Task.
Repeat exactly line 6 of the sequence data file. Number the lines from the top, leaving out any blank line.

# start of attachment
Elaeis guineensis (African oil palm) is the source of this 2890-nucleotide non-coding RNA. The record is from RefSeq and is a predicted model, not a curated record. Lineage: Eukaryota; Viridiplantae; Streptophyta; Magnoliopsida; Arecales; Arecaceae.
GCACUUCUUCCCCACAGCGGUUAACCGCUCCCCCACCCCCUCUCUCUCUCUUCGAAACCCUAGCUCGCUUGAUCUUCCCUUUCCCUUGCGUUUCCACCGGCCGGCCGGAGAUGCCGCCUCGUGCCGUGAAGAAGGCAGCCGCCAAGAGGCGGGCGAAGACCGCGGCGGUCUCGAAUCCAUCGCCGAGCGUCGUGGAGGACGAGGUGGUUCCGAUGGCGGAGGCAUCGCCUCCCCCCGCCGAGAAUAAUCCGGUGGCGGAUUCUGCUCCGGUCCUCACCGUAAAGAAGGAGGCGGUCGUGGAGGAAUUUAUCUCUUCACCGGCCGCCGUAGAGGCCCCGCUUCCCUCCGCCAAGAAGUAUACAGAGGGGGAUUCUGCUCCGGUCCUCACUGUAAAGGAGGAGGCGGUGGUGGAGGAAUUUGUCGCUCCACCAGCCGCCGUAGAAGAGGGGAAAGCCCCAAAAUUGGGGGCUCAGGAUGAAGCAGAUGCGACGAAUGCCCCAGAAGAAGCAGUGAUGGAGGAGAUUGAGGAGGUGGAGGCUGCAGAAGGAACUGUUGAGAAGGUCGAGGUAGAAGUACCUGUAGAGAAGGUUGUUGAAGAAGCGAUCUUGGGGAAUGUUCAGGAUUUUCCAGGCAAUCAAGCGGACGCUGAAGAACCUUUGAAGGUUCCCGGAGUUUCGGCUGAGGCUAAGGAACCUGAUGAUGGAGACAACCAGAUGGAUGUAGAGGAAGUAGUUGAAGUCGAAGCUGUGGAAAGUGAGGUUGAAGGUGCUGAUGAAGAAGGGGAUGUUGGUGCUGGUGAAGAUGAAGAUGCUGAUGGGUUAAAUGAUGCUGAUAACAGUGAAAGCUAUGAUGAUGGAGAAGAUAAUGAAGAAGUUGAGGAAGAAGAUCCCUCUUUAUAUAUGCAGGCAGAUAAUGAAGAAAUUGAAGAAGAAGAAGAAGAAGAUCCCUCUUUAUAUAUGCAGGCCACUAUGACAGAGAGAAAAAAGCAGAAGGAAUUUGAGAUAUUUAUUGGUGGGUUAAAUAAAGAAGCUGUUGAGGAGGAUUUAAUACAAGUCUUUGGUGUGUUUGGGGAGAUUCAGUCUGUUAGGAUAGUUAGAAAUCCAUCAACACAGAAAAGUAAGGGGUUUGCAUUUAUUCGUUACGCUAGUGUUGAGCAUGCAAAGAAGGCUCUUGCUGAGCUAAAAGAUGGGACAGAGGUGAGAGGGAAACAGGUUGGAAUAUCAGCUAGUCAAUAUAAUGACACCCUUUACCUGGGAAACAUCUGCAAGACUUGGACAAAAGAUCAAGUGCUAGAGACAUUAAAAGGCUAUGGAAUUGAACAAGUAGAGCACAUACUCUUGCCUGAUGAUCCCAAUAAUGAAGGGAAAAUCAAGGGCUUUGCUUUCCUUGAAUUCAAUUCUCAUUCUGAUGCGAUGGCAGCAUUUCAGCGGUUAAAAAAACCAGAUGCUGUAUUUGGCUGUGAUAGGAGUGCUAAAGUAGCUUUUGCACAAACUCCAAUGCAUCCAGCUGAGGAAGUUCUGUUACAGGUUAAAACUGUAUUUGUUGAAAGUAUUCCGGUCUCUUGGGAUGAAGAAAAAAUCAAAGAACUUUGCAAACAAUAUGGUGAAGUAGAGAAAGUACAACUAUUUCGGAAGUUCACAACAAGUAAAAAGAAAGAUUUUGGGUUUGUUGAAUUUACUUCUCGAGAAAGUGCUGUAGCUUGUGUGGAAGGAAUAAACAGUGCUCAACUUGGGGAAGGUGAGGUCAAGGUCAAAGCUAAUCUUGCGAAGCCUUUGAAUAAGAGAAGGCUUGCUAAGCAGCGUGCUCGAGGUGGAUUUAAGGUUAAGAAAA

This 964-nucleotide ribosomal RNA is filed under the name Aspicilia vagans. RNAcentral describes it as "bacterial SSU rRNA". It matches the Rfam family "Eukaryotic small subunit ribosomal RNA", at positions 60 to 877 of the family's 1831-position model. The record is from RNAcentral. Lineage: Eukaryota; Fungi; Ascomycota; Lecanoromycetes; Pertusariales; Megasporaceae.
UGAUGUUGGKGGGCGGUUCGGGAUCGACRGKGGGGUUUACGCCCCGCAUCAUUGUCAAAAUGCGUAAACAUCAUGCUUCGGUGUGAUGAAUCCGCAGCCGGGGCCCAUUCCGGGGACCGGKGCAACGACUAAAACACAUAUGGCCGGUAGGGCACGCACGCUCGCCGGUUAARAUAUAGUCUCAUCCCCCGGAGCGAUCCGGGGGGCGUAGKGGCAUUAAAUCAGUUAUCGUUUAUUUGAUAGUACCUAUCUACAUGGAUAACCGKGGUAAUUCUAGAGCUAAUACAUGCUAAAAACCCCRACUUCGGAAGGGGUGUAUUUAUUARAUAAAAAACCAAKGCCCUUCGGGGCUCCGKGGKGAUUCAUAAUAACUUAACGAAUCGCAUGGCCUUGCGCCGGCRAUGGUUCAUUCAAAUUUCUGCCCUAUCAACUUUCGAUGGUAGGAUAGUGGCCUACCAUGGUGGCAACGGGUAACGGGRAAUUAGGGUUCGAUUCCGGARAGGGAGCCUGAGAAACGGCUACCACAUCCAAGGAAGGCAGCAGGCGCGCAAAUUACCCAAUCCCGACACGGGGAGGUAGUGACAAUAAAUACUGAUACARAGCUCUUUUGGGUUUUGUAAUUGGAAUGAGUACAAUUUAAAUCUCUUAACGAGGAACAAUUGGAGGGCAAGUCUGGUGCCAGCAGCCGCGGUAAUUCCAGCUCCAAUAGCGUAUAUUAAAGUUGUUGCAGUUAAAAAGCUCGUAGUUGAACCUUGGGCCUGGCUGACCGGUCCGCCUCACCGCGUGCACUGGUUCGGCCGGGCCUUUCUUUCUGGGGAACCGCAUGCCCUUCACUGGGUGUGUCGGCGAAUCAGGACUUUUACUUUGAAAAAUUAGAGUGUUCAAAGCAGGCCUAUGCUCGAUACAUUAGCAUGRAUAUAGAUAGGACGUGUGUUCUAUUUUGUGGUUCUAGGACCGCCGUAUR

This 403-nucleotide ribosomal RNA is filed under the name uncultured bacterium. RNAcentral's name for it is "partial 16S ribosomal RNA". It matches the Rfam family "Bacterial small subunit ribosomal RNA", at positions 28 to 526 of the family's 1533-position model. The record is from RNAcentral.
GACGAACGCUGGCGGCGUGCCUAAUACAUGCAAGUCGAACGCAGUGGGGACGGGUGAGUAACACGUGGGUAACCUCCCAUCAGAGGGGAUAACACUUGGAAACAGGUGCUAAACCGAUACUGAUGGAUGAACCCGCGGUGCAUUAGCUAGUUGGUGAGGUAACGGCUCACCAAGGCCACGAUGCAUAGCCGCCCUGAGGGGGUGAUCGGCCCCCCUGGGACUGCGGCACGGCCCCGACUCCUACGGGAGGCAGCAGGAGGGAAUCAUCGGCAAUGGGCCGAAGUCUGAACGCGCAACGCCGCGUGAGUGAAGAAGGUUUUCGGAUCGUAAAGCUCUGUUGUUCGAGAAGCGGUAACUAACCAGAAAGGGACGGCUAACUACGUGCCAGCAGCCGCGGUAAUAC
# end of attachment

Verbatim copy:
GACGAACGCUGGCGGCGUGCCUAAUACAUGCAAGUCGAACGCAGUGGGGACGGGUGAGUAACACGUGGGUAACCUCCCAUCAGAGGGGAUAACACUUGGAAACAGGUGCUAAACCGAUACUGAUGGAUGAACCCGCGGUGCAUUAGCUAGUUGGUGAGGUAACGGCUCACCAAGGCCACGAUGCAUAGCCGCCCUGAGGGGGUGAUCGGCCCCCCUGGGACUGCGGCACGGCCCCGACUCCUACGGGAGGCAGCAGGAGGGAAUCAUCGGCAAUGGGCCGAAGUCUGAACGCGCAACGCCGCGUGAGUGAAGAAGGUUUUCGGAUCGUAAAGCUCUGUUGUUCGAGAAGCGGUAACUAACCAGAAAGGGACGGCUAACUACGUGCCAGCAGCCGCGGUAAUAC